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From:

The Meaning of Life:
by Terry Eagleton

Terry Eagleton
Oxford University Press

As for wealth, we live in a civilization which piously denies that it is an end in itself, and treats it exactly that way in practice. One of the most powerful indictments of capitalism is that it compels us to invest most of our creative energies in matters which are in fact purely utilitarian. The means of life become the end. Life consists in laying the material infrastructure for living. It is astonishing that in the twenty-first century, the material organization of life should bulk as large as it did in the Stone Age. The capital which might be devoted to releasing men and women, at least to some moderate degree, from the exigencies of labour is dedicated instead to the task of amassing more capital.

p. 155

The meaning of life is not a solution to a problem, but a matter of living in a certain way. It is not metaphysical, but ethical. It is not something separate from life, but what makes it worth living—which is to say, a certain quality, depth, abundance, and intensity of life. In this sense, the meaning of life is life itself, seen in a certain way. Meaning-of-life merchants generally feel let down by such a claim, since it does not seem mysterious and majestic enough. It seems both too banal and too exoteric. …It is only slightly more edifying than…the T-shirt slogan which reads “What if The Hokey Pokey Really Is What It’s All About?” It takes the meaning–of-life question of the hands of a coterie of adepts or cognoscenti and returns it to the routine business of everyday existence. It is just this kind of bathos that Matthew sets up in his gospel, where he presents the Son of Man returning in glory surround by angels for the Last Judgement. [See box and verses from Matthew.] Despite this off-the-peg cosmic imagery, salvation turns out to be an embarrassingly prosaic affair—a matter of feeding the hungry, giving drink to the thirsty, welcoming the stranger, and visiting the imprisoned. It has no “religious” glamour or aura whatsoever. Anybody can do it. The key to the universe turns out to be not some shattering revelation, but something which a lot of decent people do anyway, with scarcely a thought. Eternity lies not in a grain of sand but in a glass of water. The cosmos revolves on comforting the sick. When you act in this way, you are sharing in the love which built the stars. To live in this way is not just to have life, but to have it in abundance.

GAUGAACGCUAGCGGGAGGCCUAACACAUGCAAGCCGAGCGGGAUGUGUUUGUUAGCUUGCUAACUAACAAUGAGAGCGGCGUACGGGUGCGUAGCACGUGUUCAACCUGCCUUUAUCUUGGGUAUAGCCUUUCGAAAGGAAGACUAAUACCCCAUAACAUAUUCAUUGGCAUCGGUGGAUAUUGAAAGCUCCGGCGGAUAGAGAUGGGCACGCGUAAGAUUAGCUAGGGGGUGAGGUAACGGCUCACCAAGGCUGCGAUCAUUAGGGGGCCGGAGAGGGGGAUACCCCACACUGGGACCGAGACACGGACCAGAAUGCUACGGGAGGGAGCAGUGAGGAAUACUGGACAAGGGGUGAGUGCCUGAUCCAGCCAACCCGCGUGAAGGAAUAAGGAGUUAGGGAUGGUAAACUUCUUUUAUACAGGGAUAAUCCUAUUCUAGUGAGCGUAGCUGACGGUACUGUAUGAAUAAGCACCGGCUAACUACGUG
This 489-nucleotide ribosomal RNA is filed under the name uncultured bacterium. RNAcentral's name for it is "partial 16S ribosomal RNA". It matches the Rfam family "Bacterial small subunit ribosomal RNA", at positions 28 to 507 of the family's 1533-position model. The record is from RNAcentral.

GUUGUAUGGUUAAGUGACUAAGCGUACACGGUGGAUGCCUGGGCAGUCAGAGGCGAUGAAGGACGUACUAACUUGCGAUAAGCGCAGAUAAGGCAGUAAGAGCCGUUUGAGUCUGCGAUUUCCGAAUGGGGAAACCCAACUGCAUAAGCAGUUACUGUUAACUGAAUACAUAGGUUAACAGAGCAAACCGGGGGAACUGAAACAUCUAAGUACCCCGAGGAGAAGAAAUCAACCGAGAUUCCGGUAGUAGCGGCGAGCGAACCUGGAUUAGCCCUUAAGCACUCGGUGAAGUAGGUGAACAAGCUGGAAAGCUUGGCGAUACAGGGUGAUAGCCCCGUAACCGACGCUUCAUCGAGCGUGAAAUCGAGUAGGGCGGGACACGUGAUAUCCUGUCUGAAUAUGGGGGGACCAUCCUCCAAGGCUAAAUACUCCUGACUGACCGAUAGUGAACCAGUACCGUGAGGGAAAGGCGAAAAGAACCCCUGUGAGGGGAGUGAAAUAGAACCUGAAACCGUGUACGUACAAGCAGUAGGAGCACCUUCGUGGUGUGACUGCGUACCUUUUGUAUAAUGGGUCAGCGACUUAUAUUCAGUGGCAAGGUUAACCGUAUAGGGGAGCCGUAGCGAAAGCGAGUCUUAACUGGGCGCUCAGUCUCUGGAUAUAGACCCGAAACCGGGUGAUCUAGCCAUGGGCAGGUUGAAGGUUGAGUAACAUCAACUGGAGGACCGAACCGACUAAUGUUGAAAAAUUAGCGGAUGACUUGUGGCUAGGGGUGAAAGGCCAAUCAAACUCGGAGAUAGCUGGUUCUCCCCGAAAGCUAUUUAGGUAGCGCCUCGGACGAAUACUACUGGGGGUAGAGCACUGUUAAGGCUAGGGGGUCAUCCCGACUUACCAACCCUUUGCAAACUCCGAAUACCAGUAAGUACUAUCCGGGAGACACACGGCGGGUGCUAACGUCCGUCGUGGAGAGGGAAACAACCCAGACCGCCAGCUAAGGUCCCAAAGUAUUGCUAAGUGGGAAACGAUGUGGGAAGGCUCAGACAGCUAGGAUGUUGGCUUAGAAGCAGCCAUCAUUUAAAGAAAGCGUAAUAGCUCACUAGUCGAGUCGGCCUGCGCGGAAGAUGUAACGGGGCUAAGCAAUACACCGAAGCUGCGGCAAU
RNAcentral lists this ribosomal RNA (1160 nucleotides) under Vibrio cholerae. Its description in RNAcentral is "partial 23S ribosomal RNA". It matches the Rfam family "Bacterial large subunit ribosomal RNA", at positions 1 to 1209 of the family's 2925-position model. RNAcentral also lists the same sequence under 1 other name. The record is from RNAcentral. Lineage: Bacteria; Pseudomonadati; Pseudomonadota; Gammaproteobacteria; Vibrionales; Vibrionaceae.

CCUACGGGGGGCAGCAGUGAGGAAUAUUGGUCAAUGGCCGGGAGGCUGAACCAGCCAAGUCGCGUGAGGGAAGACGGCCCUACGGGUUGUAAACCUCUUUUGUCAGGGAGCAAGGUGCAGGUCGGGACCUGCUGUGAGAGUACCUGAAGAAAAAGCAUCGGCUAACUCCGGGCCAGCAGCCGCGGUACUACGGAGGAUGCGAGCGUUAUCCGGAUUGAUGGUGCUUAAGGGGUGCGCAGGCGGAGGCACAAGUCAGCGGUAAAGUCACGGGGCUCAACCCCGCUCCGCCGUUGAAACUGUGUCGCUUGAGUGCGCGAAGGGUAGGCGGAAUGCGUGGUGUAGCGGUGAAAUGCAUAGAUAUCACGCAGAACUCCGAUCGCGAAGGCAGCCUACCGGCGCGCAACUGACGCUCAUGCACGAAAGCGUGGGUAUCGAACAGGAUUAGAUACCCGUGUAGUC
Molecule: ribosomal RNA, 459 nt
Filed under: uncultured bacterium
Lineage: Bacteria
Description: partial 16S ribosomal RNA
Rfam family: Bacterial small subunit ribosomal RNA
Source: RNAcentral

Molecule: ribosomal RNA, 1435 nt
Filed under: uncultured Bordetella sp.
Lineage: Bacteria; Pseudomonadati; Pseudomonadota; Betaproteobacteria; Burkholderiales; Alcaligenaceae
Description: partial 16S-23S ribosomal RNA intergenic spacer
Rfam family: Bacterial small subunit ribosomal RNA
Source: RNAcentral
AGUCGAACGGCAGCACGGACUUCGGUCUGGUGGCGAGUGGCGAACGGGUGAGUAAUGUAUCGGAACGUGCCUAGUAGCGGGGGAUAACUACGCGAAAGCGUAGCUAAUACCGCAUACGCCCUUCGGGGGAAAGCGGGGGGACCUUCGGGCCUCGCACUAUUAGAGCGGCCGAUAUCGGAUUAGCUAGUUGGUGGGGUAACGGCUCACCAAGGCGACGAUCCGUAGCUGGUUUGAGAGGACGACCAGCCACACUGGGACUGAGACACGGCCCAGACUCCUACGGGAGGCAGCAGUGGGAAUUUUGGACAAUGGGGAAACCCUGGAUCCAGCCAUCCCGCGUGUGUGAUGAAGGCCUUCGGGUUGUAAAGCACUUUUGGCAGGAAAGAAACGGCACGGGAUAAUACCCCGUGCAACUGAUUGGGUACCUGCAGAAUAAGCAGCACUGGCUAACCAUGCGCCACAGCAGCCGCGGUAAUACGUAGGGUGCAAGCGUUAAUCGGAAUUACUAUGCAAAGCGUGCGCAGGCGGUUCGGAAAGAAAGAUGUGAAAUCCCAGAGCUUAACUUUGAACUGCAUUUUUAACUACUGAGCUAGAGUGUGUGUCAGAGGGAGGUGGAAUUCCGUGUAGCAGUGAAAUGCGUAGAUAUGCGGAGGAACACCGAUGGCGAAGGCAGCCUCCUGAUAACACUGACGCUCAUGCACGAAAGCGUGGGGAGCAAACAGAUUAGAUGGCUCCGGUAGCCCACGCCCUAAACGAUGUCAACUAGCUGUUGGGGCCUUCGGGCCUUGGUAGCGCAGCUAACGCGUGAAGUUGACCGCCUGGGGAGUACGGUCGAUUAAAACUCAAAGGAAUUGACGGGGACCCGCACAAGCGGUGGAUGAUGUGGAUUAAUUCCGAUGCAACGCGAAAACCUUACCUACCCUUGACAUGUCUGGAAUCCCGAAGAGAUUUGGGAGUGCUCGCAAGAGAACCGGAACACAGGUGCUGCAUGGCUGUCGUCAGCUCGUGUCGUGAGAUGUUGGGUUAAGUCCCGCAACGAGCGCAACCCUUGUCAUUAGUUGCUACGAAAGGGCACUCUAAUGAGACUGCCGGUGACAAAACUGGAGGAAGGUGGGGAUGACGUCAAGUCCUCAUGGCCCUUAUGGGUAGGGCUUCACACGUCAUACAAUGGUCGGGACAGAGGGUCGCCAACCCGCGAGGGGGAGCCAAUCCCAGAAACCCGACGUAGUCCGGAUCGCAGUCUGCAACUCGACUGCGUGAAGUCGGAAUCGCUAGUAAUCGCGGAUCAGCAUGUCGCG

p.165


Matthew 25, verses 35 through 40
.

“For I was hungred, and ye gave me meat: I was thirsty, and ye gave me drink: I was a stranger, and ye took me in:

Naked, and ye clothed me: I was sick, and ye visited me: I was in prison, and ye came unto me.

Then shall the righteous answer him, saying, Lord, when saw we thee an hungred, and fed thee? or thirsty, and gave thee drink?

When saw we thee a stranger, and took thee in? or naked, and clothed thee?

Or when saw we thee sick, or in prison, and came unto thee?

And the King shall answer and say unto them, Verily I say unto you, Inasmuch as ye have done it unto one of the least of these my brethren, ye have done it unto me.”

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From A.G. Russell Knives, Fall 2007

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